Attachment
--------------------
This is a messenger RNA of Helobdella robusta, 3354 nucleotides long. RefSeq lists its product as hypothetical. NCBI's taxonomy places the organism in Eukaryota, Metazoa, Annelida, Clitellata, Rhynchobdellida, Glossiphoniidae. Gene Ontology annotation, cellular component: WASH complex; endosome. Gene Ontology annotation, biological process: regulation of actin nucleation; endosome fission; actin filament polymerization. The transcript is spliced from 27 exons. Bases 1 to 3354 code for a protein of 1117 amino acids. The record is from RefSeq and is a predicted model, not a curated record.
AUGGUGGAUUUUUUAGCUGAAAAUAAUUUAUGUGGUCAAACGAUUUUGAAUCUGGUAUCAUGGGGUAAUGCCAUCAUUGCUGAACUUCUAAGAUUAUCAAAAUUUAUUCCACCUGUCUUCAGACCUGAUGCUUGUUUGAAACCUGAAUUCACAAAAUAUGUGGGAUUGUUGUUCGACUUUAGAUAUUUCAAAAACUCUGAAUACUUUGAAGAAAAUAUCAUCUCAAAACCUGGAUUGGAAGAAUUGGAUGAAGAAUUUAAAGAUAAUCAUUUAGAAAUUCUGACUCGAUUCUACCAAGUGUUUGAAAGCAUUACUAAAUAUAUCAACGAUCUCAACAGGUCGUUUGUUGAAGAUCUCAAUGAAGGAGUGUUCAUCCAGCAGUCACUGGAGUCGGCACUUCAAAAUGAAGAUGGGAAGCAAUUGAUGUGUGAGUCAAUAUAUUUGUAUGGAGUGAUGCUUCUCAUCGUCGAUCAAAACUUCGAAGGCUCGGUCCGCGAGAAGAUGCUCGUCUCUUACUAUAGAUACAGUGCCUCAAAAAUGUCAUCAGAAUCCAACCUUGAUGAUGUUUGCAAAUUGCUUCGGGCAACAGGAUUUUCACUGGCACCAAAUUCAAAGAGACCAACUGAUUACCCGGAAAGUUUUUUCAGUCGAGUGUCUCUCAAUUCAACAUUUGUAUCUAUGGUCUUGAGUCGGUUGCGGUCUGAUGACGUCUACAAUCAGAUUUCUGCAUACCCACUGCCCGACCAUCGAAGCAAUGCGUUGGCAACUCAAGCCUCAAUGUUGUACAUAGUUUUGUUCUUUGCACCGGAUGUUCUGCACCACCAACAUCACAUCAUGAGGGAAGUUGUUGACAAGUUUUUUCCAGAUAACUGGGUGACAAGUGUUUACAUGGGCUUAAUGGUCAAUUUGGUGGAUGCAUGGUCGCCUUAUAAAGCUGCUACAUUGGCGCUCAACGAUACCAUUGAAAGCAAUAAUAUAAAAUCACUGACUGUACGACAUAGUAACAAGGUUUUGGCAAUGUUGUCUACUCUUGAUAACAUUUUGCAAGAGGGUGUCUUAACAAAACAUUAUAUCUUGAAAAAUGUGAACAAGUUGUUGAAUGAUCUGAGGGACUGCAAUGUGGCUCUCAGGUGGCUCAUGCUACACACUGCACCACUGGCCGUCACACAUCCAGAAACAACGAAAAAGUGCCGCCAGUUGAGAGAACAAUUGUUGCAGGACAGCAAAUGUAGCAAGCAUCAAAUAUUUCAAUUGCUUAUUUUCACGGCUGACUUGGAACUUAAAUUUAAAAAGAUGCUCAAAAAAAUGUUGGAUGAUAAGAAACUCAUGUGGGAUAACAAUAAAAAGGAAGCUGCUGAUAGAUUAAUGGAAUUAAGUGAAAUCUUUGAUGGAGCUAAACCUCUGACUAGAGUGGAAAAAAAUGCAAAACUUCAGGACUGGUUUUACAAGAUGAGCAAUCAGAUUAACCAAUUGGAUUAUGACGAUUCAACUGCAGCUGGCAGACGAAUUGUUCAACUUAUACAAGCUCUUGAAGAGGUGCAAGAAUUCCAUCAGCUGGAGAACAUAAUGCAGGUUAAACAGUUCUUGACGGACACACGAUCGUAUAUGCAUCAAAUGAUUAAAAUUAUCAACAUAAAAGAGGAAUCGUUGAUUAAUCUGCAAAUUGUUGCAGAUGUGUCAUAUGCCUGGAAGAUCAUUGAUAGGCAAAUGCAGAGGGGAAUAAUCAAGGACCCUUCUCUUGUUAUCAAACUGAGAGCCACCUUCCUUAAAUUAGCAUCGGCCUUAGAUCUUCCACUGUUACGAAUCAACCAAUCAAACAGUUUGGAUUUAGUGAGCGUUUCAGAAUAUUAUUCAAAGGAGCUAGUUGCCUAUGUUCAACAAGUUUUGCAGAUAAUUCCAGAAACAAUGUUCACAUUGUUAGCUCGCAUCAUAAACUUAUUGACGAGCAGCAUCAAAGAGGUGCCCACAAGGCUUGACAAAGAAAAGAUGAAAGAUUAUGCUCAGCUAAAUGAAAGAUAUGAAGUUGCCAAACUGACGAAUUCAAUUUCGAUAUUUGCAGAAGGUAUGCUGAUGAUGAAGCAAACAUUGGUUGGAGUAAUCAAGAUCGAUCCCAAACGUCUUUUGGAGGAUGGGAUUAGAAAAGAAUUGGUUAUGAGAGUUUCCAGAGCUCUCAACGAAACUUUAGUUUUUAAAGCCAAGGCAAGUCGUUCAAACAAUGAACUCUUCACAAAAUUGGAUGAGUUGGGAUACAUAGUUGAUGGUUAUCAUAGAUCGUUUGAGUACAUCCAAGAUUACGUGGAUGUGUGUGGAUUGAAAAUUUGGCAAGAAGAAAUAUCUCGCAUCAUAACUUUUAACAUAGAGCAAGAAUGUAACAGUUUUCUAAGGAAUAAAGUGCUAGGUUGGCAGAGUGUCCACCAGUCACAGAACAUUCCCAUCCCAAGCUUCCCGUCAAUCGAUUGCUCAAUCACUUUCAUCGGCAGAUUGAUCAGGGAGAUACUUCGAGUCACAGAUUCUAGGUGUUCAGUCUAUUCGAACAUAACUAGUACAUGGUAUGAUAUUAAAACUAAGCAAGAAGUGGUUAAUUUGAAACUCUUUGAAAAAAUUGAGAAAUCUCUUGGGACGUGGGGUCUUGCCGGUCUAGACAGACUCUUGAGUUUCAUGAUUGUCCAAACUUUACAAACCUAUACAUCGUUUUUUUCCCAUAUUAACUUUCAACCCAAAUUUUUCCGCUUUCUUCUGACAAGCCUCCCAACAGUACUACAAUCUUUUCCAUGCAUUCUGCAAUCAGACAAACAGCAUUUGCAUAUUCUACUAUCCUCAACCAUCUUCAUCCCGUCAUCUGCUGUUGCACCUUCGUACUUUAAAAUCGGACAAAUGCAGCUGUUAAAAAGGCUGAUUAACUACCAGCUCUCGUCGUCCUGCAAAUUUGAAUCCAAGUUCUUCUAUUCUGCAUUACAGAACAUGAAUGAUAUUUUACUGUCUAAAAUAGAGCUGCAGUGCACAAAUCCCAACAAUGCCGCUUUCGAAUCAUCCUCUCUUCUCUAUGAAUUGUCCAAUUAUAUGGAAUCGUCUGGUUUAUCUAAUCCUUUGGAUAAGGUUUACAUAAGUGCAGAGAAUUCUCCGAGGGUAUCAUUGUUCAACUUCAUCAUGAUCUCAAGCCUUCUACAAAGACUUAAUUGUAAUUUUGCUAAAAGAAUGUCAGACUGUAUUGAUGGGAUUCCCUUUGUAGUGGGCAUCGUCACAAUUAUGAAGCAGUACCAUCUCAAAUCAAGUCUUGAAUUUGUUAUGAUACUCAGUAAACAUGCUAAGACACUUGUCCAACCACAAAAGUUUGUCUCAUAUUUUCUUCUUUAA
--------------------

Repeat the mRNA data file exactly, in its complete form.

This is a messenger RNA of Helobdella robusta, 3354 nucleotides long. RefSeq lists its product as hypothetical. NCBI's taxonomy places the organism in Eukaryota, Metazoa, Annelida, Clitellata, Rhynchobdellida, Glossiphoniidae. Gene Ontology annotation, cellular component: WASH complex; endosome. Gene Ontology annotation, biological process: regulation of actin nucleation; endosome fission; actin filament polymerization. The transcript is spliced from 27 exons. Bases 1 to 3354 code for a protein of 1117 amino acids. The record is from RefSeq and is a predicted model, not a curated record.
AUGGUGGAUUUUUUAGCUGAAAAUAAUUUAUGUGGUCAAACGAUUUUGAAUCUGGUAUCAUGGGGUAAUGCCAUCAUUGCUGAACUUCUAAGAUUAUCAAAAUUUAUUCCACCUGUCUUCAGACCUGAUGCUUGUUUGAAACCUGAAUUCACAAAAUAUGUGGGAUUGUUGUUCGACUUUAGAUAUUUCAAAAACUCUGAAUACUUUGAAGAAAAUAUCAUCUCAAAACCUGGAUUGGAAGAAUUGGAUGAAGAAUUUAAAGAUAAUCAUUUAGAAAUUCUGACUCGAUUCUACCAAGUGUUUGAAAGCAUUACUAAAUAUAUCAACGAUCUCAACAGGUCGUUUGUUGAAGAUCUCAAUGAAGGAGUGUUCAUCCAGCAGUCACUGGAGUCGGCACUUCAAAAUGAAGAUGGGAAGCAAUUGAUGUGUGAGUCAAUAUAUUUGUAUGGAGUGAUGCUUCUCAUCGUCGAUCAAAACUUCGAAGGCUCGGUCCGCGAGAAGAUGCUCGUCUCUUACUAUAGAUACAGUGCCUCAAAAAUGUCAUCAGAAUCCAACCUUGAUGAUGUUUGCAAAUUGCUUCGGGCAACAGGAUUUUCACUGGCACCAAAUUCAAAGAGACCAACUGAUUACCCGGAAAGUUUUUUCAGUCGAGUGUCUCUCAAUUCAACAUUUGUAUCUAUGGUCUUGAGUCGGUUGCGGUCUGAUGACGUCUACAAUCAGAUUUCUGCAUACCCACUGCCCGACCAUCGAAGCAAUGCGUUGGCAACUCAAGCCUCAAUGUUGUACAUAGUUUUGUUCUUUGCACCGGAUGUUCUGCACCACCAACAUCACAUCAUGAGGGAAGUUGUUGACAAGUUUUUUCCAGAUAACUGGGUGACAAGUGUUUACAUGGGCUUAAUGGUCAAUUUGGUGGAUGCAUGGUCGCCUUAUAAAGCUGCUACAUUGGCGCUCAACGAUACCAUUGAAAGCAAUAAUAUAAAAUCACUGACUGUACGACAUAGUAACAAGGUUUUGGCAAUGUUGUCUACUCUUGAUAACAUUUUGCAAGAGGGUGUCUUAACAAAACAUUAUAUCUUGAAAAAUGUGAACAAGUUGUUGAAUGAUCUGAGGGACUGCAAUGUGGCUCUCAGGUGGCUCAUGCUACACACUGCACCACUGGCCGUCACACAUCCAGAAACAACGAAAAAGUGCCGCCAGUUGAGAGAACAAUUGUUGCAGGACAGCAAAUGUAGCAAGCAUCAAAUAUUUCAAUUGCUUAUUUUCACGGCUGACUUGGAACUUAAAUUUAAAAAGAUGCUCAAAAAAAUGUUGGAUGAUAAGAAACUCAUGUGGGAUAACAAUAAAAAGGAAGCUGCUGAUAGAUUAAUGGAAUUAAGUGAAAUCUUUGAUGGAGCUAAACCUCUGACUAGAGUGGAAAAAAAUGCAAAACUUCAGGACUGGUUUUACAAGAUGAGCAAUCAGAUUAACCAAUUGGAUUAUGACGAUUCAACUGCAGCUGGCAGACGAAUUGUUCAACUUAUACAAGCUCUUGAAGAGGUGCAAGAAUUCCAUCAGCUGGAGAACAUAAUGCAGGUUAAACAGUUCUUGACGGACACACGAUCGUAUAUGCAUCAAAUGAUUAAAAUUAUCAACAUAAAAGAGGAAUCGUUGAUUAAUCUGCAAAUUGUUGCAGAUGUGUCAUAUGCCUGGAAGAUCAUUGAUAGGCAAAUGCAGAGGGGAAUAAUCAAGGACCCUUCUCUUGUUAUCAAACUGAGAGCCACCUUCCUUAAAUUAGCAUCGGCCUUAGAUCUUCCACUGUUACGAAUCAACCAAUCAAACAGUUUGGAUUUAGUGAGCGUUUCAGAAUAUUAUUCAAAGGAGCUAGUUGCCUAUGUUCAACAAGUUUUGCAGAUAAUUCCAGAAACAAUGUUCACAUUGUUAGCUCGCAUCAUAAACUUAUUGACGAGCAGCAUCAAAGAGGUGCCCACAAGGCUUGACAAAGAAAAGAUGAAAGAUUAUGCUCAGCUAAAUGAAAGAUAUGAAGUUGCCAAACUGACGAAUUCAAUUUCGAUAUUUGCAGAAGGUAUGCUGAUGAUGAAGCAAACAUUGGUUGGAGUAAUCAAGAUCGAUCCCAAACGUCUUUUGGAGGAUGGGAUUAGAAAAGAAUUGGUUAUGAGAGUUUCCAGAGCUCUCAACGAAACUUUAGUUUUUAAAGCCAAGGCAAGUCGUUCAAACAAUGAACUCUUCACAAAAUUGGAUGAGUUGGGAUACAUAGUUGAUGGUUAUCAUAGAUCGUUUGAGUACAUCCAAGAUUACGUGGAUGUGUGUGGAUUGAAAAUUUGGCAAGAAGAAAUAUCUCGCAUCAUAACUUUUAACAUAGAGCAAGAAUGUAACAGUUUUCUAAGGAAUAAAGUGCUAGGUUGGCAGAGUGUCCACCAGUCACAGAACAUUCCCAUCCCAAGCUUCCCGUCAAUCGAUUGCUCAAUCACUUUCAUCGGCAGAUUGAUCAGGGAGAUACUUCGAGUCACAGAUUCUAGGUGUUCAGUCUAUUCGAACAUAACUAGUACAUGGUAUGAUAUUAAAACUAAGCAAGAAGUGGUUAAUUUGAAACUCUUUGAAAAAAUUGAGAAAUCUCUUGGGACGUGGGGUCUUGCCGGUCUAGACAGACUCUUGAGUUUCAUGAUUGUCCAAACUUUACAAACCUAUACAUCGUUUUUUUCCCAUAUUAACUUUCAACCCAAAUUUUUCCGCUUUCUUCUGACAAGCCUCCCAACAGUACUACAAUCUUUUCCAUGCAUUCUGCAAUCAGACAAACAGCAUUUGCAUAUUCUACUAUCCUCAACCAUCUUCAUCCCGUCAUCUGCUGUUGCACCUUCGUACUUUAAAAUCGGACAAAUGCAGCUGUUAAAAAGGCUGAUUAACUACCAGCUCUCGUCGUCCUGCAAAUUUGAAUCCAAGUUCUUCUAUUCUGCAUUACAGAACAUGAAUGAUAUUUUACUGUCUAAAAUAGAGCUGCAGUGCACAAAUCCCAACAAUGCCGCUUUCGAAUCAUCCUCUCUUCUCUAUGAAUUGUCCAAUUAUAUGGAAUCGUCUGGUUUAUCUAAUCCUUUGGAUAAGGUUUACAUAAGUGCAGAGAAUUCUCCGAGGGUAUCAUUGUUCAACUUCAUCAUGAUCUCAAGCCUUCUACAAAGACUUAAUUGUAAUUUUGCUAAAAGAAUGUCAGACUGUAUUGAUGGGAUUCCCUUUGUAGUGGGCAUCGUCACAAUUAUGAAGCAGUACCAUCUCAAAUCAAGUCUUGAAUUUGUUAUGAUACUCAGUAAACAUGCUAAGACACUUGUCCAACCACAAAAGUUUGUCUCAUAUUUUCUUCUUUAA